How To Put Yourself Out There (Even If Sharing Your Expertise Scares The Hell Out of You)

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How to put yourself out there

I’ll bet you’ve dreamed of a huge audience who hangs on your every word. You want a taste of the success other entrepreneurs are having with their blog, Medium articles, YouTube videos, email newsletters, and podcasts. There’s probably a twinge of jealousy each time you see that guy’s name pop up on LinkedIn with a new post. You know exactly who I’m talking about when I say that guy because we all have one.

Are you the only one that sees through his shallow posts and awful humor? How is that guy getting so many likes and comments? Your jealousy may have even lead to a few blog posts. Enough was enough so you decided it was time to dip your pen in some ink and show that guy what’s up.

Let me guess, those grand posts didn’t explode into the viral sensations you hoped so you threw in the towel on your internet stardom. The floodgates opened on excuses.

“I don’t have the time.”

“We don’t have the resources to write for clients and ourselves.”

“We’re too late to the game and our niche is too competitive.”

Or, are those just excuses hiding the real reason? If you’re like me, you shied away from content marketing out of fear of putting yourself out there to be judged. Those first couple of posts crushed your confidence.

That’s understandable. It’s tough to risk embarrassment, criticism and worst of all…silence. Your good intentions were brutally murdered by that ruthless band of what-ifs.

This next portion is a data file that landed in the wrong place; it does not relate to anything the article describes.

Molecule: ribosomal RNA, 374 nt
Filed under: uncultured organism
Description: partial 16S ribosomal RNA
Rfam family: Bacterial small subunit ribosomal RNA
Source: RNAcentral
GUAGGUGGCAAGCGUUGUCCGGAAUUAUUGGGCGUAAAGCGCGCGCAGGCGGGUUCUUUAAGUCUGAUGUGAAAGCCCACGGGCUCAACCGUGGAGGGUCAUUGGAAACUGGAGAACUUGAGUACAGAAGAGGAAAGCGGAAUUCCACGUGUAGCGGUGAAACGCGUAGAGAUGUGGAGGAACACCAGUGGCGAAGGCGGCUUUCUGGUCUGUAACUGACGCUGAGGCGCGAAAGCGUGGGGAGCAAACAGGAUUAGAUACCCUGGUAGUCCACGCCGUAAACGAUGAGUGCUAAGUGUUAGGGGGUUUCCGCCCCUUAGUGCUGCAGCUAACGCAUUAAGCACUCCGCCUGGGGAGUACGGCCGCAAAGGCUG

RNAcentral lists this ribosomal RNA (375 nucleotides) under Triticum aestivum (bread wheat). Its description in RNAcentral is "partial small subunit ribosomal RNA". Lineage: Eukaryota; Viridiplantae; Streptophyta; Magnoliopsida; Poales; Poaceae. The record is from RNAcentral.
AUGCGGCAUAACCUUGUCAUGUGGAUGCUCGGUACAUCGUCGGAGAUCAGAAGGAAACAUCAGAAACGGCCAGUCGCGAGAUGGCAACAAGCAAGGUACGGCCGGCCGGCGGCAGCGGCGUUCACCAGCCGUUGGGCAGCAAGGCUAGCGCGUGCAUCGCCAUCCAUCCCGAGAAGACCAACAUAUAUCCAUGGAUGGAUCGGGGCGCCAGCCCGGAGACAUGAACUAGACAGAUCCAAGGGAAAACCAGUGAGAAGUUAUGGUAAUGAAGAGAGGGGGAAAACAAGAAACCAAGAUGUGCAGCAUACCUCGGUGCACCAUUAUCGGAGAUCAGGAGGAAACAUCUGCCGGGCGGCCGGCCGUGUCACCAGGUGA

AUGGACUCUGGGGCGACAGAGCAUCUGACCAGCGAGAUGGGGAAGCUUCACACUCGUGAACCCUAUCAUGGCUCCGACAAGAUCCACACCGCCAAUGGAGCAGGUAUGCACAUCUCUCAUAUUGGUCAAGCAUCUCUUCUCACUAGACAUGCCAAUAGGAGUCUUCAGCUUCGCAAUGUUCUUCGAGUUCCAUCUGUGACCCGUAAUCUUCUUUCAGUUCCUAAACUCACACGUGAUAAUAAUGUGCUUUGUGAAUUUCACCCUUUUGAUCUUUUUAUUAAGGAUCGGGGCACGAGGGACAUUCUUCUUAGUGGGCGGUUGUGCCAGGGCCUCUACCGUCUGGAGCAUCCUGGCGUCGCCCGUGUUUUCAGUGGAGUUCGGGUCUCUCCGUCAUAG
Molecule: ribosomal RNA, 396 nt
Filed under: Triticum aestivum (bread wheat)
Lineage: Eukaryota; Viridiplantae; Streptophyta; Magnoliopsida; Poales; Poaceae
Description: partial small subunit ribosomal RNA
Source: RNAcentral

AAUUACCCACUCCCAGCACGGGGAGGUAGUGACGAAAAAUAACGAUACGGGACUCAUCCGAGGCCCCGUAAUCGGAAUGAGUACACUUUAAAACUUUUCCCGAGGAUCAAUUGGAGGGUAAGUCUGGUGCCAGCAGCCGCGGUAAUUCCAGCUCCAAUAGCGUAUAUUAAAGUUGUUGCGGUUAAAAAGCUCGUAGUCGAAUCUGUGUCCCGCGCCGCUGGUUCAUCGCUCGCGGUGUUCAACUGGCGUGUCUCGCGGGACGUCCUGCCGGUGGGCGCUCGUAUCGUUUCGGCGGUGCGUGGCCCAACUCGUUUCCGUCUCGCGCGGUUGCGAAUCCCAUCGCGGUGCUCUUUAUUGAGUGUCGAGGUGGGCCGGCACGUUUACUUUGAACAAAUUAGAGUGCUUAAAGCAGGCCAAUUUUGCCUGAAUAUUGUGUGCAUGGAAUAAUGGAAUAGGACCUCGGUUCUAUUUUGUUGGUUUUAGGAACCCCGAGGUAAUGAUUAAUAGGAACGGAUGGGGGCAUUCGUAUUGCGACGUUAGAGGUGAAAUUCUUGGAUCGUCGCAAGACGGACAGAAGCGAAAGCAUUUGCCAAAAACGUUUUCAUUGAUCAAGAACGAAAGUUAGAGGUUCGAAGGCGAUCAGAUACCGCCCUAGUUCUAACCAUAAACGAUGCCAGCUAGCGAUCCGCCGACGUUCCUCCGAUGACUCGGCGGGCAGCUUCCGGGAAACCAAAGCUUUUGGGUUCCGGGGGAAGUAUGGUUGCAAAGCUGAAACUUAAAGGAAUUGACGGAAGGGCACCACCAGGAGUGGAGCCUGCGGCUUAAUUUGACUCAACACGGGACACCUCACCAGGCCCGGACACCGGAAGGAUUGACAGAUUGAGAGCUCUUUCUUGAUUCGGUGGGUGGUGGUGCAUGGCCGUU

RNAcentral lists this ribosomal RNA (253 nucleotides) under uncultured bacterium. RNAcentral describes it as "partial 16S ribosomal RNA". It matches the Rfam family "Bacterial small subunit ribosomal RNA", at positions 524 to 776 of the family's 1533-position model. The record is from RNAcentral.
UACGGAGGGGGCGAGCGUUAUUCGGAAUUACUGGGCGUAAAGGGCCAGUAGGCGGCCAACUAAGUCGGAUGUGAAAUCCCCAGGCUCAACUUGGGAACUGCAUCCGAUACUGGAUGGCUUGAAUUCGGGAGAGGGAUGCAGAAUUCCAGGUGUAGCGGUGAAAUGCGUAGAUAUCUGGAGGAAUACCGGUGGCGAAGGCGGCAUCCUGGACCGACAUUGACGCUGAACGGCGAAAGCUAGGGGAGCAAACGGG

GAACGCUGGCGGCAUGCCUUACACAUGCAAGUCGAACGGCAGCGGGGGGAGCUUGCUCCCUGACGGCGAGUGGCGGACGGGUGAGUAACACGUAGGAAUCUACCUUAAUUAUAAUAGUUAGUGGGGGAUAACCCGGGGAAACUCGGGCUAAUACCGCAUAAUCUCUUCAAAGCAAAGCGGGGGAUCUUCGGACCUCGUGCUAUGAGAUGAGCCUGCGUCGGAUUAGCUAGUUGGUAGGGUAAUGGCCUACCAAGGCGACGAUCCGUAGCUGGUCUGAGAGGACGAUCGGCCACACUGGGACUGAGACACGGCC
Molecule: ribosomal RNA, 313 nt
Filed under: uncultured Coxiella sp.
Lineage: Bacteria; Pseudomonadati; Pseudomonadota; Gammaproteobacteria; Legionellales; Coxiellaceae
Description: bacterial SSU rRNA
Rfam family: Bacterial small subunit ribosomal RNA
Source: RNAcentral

“What if nobody likes my post?”

“What if people don’t watch my video?”

“What if nobody subscribes to my email?”

We all have what-ifs floating through our heads. It’s natural. What-ifs kill most marketing efforts before they’ve ever lived. But what if you flipped your what-ifs?

“What if my blog post goes viral?”

“What if my video changes someone’s life?”

“What if people subscribe and look forward to my emails?”

It’s important to measure your efforts and pick the right opportunities, but you can’t only look at the negative side. Bring a little balance to your internal dialogue. Start by asking yourself,

“What’s the worst that can happen?”

Be honest and thorough. List the worst-case scenario horrors. It’s usually not as bad as you think once you get it on paper. Is it really the end of the world if people don’t like your post, watch your video, or subscribe to your email? What harm has been done? You probably learned how to better vocalize one of your areas of expertise if nothing else.

Now that you’ve got a grasp of the worst-case, it’s time to look at the often-ignored best-case scenario. Turn around and ask yourself,

“What’s the best that can happen?”

Many of us never even give the best-case scenario a chance to play out (in our heads or reality). The what-ifs scare us out of thinking about the idea at all.

You can’t do anything remarkable without putting yourself out there and owning your expertise. Brands aren’t built in isolation. People can’t buy from you if they don’t know your company exists.

No, not everyone will like what you do. That’s ok, it’s not for them. Offend the wrong people to connect with the right people. Putting yourself out there is how you build a brand that stands for something. It’s how you grow a dedicated community that sticks with you, looks forward to your content and buys from you when the time is right.

Launching my little email newsletter has been one of the most rewarding things I’ve done in my 15-year career. That’s the honest truth. Each week, I get notes from people who appreciate what I send and benefit from my advice.

And sometimes, I get clients.

Companies reach out when they have a problem I can solve. I don’t bludgeon them into submission. I simply share what I’ve learned. These people would have never hired me had I not put myself out there to be judged. Take my word for it, producing content to power your marketing is worth the risk of embarrassment.

Just imagine how sweet it will be when that guy sees your post trending on LinkedIn.


I send a digestible dose of marketing wisdom every Friday to entrepreneurs from New York to New Guinea. Climb aboard if you want to get better at marketing this week.

 

Andrew